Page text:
Electric Boiler: General Information

Equipment for Electric Hydronic Systems


Electric hot water or hydronic systems deliver heat to a house by means of hot water. The three main components of such a system are:

a boiler to heat the water;
heating equipment – generally baseboard heaters or radiators – in most rooms, often installed against an outside wall; and
a pump to circulate water from the boiler to the radiators and ensure that it flows back through the pipes.

Figure 5:  Central boiler for an electric hydronic system

Central boiler for an electric hydronic system

The boiler in an electric hot water heating system is compact. Its heating elements are immersed directly in the water (as in an electric kettle). Where space is limited, the boiler can be installed on a basement wall, in a closet, under a kitchen cabinet–it can even be hung from basement ceiling joists.

If you are replacing a boiler in an existing hydronic system with a new electric boiler, you can probably use the existing heat distribution pipes.


As with forced-air furnaces, there are several ways to improve the performance of hydronic heating systems.

Improving Heat Distribution

Old-fashioned gravity systems that circulate the water by natural convection are much less efficient than systems that use pumps. Slow hot water circulation causes home temperatures to fluctuate noticeably, and it takes a long time to restore temperatures after a night-time setback. Also, a gravity system cannot circulate hot water to radiators or baseboard heaters in basement living areas, where they would be below the level of the boiler. All of these problems can be overcome by adding a circulating pump, and replacing the open expansion tank in the attic with a sealed and pressurized expansion tank near the boiler. If you have a gravity system, consult your heating and plumbing contractor about the possibility of improving it.

Balancing the Heat

Balancing the heat delivered to different areas of the house is as important with hydronic heating as it is with a forced-air system. Radiators are often fitted with simple manual valves that can be used to control the amount of water flowing through them. Such valves can be used to vary the heat delivered to different rooms in the same way that balancing dampers are used in a forced-air system.

One device that can vary the heat output automatically is a thermostatic valve (Figure 6) that can be set to control the temperature in any room. However, this will not work on radiators or baseboard heaters installed on what is called a "series loop" system. In a "series loop", the water must pass through all the heating units on its way back to the boiler. If there is more than one loop in the system, some balancing of the heat output can be achieved by adjusting the valves that control the water flow through each loop. The same type of baseboard radiators are equipped with built-in air dampers which allow heat output to be regulated to some extent.

Figure 6: Thermostatic radiator valve

 Thermostatic radiator valve

Conventional hydronic systems usually have the boiler temperature set at 82oC (180oF). It is possible to reduce energy consumption in a number of hydronic systems by means of a regulator valve that causes the temperature of the water circulating in the system to vary in relation to the temperature outside. As it becomes warmer outside, the temperature of the water is reduced.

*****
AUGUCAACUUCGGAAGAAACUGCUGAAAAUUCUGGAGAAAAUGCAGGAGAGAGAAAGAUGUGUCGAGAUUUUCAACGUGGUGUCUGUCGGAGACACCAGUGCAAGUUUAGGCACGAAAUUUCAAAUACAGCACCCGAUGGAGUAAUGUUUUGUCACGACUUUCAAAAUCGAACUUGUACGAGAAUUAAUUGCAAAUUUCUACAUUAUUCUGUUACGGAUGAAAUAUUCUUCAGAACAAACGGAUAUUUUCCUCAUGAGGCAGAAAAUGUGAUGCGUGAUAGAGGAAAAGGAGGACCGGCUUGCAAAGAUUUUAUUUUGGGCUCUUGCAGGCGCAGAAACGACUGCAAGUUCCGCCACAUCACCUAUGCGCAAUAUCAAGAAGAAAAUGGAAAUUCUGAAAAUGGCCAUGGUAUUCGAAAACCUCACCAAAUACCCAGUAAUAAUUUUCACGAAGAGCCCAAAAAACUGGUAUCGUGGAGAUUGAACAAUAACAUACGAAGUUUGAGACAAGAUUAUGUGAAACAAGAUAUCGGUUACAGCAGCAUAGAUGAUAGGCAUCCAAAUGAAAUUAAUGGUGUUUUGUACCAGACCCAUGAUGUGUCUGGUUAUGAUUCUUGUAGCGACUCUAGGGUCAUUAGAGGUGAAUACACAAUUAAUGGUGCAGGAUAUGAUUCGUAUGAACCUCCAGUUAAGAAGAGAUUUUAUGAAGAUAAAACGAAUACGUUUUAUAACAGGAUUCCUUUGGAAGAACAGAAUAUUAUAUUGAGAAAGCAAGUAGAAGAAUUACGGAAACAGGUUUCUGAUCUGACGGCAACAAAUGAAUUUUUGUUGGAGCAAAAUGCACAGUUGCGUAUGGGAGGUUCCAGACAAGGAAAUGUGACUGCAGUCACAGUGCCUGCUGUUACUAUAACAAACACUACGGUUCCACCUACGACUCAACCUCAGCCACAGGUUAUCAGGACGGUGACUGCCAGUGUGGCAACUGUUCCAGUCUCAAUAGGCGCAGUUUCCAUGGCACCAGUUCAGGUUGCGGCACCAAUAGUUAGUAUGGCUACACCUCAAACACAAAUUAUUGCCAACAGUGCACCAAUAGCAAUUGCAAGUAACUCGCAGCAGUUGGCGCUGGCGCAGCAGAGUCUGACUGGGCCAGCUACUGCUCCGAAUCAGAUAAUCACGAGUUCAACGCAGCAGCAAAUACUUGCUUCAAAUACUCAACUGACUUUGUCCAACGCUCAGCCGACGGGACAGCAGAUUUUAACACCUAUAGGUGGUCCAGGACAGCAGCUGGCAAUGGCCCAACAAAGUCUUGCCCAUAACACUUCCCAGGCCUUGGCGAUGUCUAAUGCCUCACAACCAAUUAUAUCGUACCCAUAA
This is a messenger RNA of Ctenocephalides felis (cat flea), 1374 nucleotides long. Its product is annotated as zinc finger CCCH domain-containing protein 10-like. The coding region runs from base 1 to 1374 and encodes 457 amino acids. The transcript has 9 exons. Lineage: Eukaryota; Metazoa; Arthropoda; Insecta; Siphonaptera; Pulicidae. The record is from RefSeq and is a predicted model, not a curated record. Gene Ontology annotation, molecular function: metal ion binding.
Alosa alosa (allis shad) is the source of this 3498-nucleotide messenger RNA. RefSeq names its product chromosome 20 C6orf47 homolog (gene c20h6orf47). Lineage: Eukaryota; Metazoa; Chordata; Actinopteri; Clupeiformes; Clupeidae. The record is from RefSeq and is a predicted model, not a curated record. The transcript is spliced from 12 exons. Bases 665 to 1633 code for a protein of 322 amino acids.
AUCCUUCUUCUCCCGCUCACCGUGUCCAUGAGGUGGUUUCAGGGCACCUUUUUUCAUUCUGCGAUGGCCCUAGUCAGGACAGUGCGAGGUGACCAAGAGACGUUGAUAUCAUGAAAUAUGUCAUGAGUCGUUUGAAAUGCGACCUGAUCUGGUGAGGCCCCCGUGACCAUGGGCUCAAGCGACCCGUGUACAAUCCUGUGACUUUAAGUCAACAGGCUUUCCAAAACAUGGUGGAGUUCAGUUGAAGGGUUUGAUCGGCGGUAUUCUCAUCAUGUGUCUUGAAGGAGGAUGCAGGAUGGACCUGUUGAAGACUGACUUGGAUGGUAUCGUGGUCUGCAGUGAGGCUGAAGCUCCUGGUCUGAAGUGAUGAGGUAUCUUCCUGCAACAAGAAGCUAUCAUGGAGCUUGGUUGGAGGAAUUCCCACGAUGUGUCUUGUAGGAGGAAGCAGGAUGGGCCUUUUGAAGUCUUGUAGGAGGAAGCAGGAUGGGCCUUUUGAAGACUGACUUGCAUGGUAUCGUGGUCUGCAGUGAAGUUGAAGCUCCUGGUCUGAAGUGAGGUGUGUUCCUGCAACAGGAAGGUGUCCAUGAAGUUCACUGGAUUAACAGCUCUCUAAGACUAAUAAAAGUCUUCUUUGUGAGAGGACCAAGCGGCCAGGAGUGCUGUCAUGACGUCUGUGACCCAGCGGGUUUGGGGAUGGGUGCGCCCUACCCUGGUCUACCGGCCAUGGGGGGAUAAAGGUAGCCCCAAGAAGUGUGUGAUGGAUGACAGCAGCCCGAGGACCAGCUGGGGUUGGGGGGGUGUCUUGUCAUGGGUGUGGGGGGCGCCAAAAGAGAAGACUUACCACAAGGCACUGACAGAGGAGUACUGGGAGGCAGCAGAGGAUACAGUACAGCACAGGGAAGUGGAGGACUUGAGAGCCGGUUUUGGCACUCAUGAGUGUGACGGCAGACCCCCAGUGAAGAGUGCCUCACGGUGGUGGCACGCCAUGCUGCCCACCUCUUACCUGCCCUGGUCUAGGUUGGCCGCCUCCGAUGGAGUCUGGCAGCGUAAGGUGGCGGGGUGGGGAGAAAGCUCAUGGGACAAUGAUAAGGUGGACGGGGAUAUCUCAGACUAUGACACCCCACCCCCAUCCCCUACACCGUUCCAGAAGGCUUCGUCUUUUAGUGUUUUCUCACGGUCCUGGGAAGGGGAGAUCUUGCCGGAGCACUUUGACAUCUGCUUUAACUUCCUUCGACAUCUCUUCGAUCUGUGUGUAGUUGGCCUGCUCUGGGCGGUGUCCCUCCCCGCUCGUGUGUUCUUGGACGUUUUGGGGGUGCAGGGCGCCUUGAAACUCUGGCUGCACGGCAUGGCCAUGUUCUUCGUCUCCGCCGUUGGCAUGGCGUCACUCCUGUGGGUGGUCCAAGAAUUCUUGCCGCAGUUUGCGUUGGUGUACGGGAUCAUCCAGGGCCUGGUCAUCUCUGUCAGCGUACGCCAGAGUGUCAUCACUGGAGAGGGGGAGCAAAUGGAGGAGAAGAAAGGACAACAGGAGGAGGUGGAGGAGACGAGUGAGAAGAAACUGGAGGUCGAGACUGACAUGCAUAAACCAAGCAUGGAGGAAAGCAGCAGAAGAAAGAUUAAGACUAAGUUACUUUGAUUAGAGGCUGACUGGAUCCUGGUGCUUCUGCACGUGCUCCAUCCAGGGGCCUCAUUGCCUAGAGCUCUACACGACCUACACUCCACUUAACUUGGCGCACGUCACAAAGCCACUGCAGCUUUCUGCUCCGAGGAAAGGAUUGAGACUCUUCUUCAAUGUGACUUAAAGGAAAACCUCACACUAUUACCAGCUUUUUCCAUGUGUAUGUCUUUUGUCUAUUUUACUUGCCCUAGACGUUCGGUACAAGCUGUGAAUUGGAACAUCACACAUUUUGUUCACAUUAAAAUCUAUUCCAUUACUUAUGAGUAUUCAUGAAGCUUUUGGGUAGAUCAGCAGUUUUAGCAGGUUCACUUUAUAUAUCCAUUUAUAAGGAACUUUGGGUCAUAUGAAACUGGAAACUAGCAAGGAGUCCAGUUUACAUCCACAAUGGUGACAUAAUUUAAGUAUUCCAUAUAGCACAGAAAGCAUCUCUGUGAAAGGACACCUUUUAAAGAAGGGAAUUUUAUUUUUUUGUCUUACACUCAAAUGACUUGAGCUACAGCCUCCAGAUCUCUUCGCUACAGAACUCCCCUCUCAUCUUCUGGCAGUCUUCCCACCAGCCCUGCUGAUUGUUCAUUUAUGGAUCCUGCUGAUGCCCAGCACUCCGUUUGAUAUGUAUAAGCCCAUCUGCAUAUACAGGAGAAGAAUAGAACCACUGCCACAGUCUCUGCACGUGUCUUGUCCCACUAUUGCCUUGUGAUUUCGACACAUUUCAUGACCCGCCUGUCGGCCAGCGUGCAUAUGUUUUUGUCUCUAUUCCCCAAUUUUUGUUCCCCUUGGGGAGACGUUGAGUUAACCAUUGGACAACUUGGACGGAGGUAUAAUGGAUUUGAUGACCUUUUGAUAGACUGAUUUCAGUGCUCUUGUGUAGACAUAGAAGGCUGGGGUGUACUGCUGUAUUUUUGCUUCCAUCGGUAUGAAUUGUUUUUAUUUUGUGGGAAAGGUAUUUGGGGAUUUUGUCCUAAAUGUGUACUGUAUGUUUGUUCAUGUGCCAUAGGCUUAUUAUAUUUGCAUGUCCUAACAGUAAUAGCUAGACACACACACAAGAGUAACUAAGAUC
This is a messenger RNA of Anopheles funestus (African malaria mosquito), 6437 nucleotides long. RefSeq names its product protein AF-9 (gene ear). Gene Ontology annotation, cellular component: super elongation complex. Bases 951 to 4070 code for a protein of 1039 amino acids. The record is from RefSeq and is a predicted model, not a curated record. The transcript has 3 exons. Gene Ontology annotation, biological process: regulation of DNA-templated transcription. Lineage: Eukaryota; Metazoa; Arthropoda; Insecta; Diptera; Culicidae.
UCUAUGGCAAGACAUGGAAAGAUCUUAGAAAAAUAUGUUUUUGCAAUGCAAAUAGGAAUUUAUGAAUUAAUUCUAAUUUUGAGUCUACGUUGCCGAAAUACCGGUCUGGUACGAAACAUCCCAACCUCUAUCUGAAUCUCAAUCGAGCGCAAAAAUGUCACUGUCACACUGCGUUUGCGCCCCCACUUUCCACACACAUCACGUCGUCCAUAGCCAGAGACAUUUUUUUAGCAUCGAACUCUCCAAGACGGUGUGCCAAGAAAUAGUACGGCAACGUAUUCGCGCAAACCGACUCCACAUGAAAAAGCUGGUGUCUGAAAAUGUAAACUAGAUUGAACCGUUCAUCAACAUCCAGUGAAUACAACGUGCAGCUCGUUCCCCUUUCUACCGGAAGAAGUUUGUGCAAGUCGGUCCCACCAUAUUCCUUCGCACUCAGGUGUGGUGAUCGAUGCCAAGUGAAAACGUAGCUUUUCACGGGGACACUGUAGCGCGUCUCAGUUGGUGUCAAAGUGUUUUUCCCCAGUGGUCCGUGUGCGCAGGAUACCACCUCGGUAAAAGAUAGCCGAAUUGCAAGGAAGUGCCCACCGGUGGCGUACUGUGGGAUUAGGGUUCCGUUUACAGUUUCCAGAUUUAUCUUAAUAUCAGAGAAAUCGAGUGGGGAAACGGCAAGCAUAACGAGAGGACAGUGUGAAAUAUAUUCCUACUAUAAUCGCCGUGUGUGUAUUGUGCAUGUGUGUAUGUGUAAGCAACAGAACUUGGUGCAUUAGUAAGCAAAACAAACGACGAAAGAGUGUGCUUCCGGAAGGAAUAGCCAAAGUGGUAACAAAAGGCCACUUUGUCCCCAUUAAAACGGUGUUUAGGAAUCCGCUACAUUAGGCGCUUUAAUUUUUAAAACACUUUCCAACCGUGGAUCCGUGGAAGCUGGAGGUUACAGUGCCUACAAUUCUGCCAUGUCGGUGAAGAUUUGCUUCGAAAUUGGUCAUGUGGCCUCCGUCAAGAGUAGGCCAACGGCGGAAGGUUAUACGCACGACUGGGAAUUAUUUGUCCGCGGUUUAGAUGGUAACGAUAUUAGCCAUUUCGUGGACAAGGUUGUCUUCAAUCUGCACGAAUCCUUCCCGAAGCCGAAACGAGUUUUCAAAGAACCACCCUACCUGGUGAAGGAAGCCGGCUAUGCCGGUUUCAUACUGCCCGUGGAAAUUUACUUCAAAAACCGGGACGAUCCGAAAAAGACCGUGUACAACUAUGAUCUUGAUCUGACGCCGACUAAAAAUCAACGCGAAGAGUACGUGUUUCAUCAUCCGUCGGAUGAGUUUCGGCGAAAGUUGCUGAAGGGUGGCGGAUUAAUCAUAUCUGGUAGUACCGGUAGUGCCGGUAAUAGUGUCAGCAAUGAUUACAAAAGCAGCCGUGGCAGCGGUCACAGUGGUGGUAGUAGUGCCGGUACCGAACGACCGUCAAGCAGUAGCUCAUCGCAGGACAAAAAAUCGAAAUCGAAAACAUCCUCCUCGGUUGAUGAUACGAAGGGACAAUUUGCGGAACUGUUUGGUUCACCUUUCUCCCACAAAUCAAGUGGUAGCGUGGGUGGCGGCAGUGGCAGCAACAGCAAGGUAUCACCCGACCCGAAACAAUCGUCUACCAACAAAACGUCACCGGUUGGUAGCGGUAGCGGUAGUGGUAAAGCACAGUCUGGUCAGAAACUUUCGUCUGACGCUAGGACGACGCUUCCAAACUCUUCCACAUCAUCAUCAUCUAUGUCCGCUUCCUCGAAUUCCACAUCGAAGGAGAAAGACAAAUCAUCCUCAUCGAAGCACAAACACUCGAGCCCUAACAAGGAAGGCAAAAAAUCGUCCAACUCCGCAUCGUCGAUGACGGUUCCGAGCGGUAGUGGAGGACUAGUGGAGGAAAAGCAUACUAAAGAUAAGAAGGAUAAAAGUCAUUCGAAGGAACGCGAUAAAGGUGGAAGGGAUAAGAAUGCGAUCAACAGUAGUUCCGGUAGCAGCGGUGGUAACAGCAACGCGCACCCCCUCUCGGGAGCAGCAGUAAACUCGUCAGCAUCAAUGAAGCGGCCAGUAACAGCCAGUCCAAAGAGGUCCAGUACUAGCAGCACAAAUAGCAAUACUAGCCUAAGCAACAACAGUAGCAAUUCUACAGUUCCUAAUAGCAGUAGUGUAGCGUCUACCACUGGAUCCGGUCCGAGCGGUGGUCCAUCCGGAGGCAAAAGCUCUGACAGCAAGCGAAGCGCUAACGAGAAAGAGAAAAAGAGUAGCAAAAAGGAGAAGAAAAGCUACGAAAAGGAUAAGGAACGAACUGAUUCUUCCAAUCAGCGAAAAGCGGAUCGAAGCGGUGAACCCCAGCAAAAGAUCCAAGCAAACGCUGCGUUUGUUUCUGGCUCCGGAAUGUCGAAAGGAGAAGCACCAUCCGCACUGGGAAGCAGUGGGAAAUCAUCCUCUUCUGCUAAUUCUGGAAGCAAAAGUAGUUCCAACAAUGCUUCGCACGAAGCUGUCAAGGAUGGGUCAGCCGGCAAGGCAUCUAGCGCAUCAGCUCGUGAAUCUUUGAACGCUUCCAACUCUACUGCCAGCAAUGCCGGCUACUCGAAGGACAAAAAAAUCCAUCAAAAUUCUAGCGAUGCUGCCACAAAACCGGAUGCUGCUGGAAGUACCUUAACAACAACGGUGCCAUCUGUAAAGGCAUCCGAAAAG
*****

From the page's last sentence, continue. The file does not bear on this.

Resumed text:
Automatic Setback Thermostat

The easiest way to save heating dollars is to lower the temperature setting of your home, when possible. An automatic setback thermostat will adjust your home's temperature automatically. These thermostats have a mechanical or electronic timer that allows you to preset household temperatures for specific periods of the day and night. As a general rule, you will save two per cent on your heating bill for every 1oC you turn down the thermostat at night.
The thermostat can be programmed to reduce the temperature an hour before you go to bed and to raise it again before you get up in the morning. You could also reduce the temperature during the day when the house is unoccupied, and raise it shortly before you return. For example, you could have the temperature set at 17oC (63oF) when you are sleeping or not at home, and at 20oC (68oF) when you are awake.
Experiment with the unit until you find the most comfortable and economical routine for you and your family.
If you have a hydronic system, you can also reduce energy usage through zone control. With this system, thermostat-controlled valves on each radiator permit the control of individual room temperatures. A heating and plumbing contractor can provide more information about zone control and can install all the required equipment when the heating system is installed. Zone controls are also available for forced-air systems, usually with dampers in main heating ducts controlled by separate thermostats located in various parts of the house.
NOTE: For all-electric heat pump systems, setback thermostats are generally not recommended.
Improved thermostats
Greatly improved electronic thermostats are now available on the market. They are very sensitive and help reduce temperature fluctuations to less than 0.5-1Co, whereas fluctuations usually range on an average from 1.5-2 Co. They ensure that the furnace or electric baseboard heater starts up as close as possible to the set temperatures. The energy savings generated by these devices vary according to the model.
One model used with baseboard electric heaters will switch the heater on and off to maintain ambient temperature within +/- 0.5°C of the set point. It could save around 3% on energy use while improving comfort considerably. This model, however, is not recommended for fuel fired furnaces or wherever short cycling is not desirable.

Source: Energy Resources Canada (NRCan) - Office of Energy Efficiency